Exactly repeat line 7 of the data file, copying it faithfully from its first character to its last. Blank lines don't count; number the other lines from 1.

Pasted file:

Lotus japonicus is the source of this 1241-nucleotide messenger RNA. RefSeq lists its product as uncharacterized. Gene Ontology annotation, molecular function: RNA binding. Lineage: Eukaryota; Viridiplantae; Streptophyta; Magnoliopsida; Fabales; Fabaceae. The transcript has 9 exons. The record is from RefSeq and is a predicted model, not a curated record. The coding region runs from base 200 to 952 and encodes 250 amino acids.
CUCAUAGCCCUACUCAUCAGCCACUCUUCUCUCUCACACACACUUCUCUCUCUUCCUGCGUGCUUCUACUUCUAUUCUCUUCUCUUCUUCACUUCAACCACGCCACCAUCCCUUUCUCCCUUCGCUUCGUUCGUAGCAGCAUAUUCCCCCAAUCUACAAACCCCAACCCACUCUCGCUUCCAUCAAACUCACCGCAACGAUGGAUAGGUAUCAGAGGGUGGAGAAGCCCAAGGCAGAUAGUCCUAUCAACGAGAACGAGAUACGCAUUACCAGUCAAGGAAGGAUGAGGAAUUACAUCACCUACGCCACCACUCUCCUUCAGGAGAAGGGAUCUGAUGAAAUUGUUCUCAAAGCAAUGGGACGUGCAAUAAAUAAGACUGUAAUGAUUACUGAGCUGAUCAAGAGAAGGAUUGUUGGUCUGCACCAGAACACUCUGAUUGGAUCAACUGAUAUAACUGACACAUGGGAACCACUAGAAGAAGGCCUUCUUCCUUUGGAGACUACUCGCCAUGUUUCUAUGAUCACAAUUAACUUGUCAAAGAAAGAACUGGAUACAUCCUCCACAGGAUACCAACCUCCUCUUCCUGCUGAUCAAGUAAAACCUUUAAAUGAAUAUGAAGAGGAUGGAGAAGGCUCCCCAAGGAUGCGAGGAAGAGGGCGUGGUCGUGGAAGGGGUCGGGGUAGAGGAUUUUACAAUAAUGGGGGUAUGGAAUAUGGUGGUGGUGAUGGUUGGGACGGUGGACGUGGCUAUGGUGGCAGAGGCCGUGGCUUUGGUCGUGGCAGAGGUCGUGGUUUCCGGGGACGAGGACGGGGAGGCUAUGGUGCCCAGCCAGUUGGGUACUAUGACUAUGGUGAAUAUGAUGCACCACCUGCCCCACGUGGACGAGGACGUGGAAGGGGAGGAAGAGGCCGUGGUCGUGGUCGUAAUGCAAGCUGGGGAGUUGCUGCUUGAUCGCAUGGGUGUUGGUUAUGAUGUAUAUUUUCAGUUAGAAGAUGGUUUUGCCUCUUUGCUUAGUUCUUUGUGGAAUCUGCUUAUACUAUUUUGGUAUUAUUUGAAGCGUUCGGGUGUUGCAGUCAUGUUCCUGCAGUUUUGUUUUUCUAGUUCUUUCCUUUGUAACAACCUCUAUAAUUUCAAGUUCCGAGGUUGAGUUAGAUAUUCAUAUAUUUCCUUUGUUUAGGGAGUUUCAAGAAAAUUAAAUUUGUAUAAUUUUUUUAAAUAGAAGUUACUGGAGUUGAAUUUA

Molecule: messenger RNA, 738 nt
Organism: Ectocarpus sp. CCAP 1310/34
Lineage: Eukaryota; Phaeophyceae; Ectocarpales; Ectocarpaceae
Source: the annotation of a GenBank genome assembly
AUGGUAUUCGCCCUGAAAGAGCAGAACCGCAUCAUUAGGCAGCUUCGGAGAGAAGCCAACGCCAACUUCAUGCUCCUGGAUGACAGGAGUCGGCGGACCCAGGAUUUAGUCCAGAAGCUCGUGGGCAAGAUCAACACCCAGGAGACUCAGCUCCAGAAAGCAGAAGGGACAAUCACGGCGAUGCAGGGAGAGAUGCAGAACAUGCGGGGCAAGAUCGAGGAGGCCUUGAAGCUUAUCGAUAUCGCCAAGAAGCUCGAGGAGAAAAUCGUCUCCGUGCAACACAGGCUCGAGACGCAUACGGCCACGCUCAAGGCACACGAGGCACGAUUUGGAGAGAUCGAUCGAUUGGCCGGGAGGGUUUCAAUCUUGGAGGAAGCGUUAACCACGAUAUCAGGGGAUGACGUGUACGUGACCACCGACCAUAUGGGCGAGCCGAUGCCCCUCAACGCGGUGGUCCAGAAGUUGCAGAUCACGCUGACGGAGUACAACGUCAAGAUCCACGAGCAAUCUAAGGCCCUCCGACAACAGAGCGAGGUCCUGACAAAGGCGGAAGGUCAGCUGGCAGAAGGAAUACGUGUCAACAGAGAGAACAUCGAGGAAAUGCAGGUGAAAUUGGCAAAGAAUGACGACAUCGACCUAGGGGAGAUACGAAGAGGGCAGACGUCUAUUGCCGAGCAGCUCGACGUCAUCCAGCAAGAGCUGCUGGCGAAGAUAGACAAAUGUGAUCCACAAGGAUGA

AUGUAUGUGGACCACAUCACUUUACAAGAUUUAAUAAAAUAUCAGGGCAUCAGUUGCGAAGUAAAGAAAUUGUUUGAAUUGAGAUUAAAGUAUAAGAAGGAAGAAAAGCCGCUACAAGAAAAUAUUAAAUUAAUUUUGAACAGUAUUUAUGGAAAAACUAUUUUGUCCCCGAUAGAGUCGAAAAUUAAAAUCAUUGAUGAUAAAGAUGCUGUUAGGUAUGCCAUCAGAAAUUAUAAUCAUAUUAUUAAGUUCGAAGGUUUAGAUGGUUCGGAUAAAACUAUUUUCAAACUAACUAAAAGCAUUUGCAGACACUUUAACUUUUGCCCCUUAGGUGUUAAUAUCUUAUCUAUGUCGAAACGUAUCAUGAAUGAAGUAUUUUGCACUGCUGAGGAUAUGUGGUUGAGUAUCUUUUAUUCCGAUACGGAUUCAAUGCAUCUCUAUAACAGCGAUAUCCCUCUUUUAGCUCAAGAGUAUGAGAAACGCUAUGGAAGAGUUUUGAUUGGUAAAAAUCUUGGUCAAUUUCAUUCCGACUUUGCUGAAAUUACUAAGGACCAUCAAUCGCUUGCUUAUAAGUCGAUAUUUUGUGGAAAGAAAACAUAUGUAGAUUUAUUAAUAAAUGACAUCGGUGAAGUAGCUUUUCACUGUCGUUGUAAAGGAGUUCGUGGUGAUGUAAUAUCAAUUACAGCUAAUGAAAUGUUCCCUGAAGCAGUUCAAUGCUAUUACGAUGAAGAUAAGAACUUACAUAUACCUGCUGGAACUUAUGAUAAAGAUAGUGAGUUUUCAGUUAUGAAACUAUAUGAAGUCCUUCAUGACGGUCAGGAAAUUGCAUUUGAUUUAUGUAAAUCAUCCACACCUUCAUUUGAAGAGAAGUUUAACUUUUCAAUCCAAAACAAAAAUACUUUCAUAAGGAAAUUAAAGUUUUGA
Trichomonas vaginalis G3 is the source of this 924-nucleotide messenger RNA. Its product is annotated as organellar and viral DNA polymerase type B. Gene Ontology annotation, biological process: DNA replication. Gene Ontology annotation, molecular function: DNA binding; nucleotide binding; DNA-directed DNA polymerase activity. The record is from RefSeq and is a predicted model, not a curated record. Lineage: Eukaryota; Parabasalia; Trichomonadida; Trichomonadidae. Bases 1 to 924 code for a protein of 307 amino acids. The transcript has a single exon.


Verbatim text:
AUGGUAUUCGCCCUGAAAGAGCAGAACCGCAUCAUUAGGCAGCUUCGGAGAGAAGCCAACGCCAACUUCAUGCUCCUGGAUGACAGGAGUCGGCGGACCCAGGAUUUAGUCCAGAAGCUCGUGGGCAAGAUCAACACCCAGGAGACUCAGCUCCAGAAAGCAGAAGGGACAAUCACGGCGAUGCAGGGAGAGAUGCAGAACAUGCGGGGCAAGAUCGAGGAGGCCUUGAAGCUUAUCGAUAUCGCCAAGAAGCUCGAGGAGAAAAUCGUCUCCGUGCAACACAGGCUCGAGACGCAUACGGCCACGCUCAAGGCACACGAGGCACGAUUUGGAGAGAUCGAUCGAUUGGCCGGGAGGGUUUCAAUCUUGGAGGAAGCGUUAACCACGAUAUCAGGGGAUGACGUGUACGUGACCACCGACCAUAUGGGCGAGCCGAUGCCCCUCAACGCGGUGGUCCAGAAGUUGCAGAUCACGCUGACGGAGUACAACGUCAAGAUCCACGAGCAAUCUAAGGCCCUCCGACAACAGAGCGAGGUCCUGACAAAGGCGGAAGGUCAGCUGGCAGAAGGAAUACGUGUCAACAGAGAGAACAUCGAGGAAAUGCAGGUGAAAUUGGCAAAGAAUGACGACAUCGACCUAGGGGAGAUACGAAGAGGGCAGACGUCUAUUGCCGAGCAGCUCGACGUCAUCCAGCAAGAGCUGCUGGCGAAGAUAGACAAAUGUGAUCCACAAGGAUGA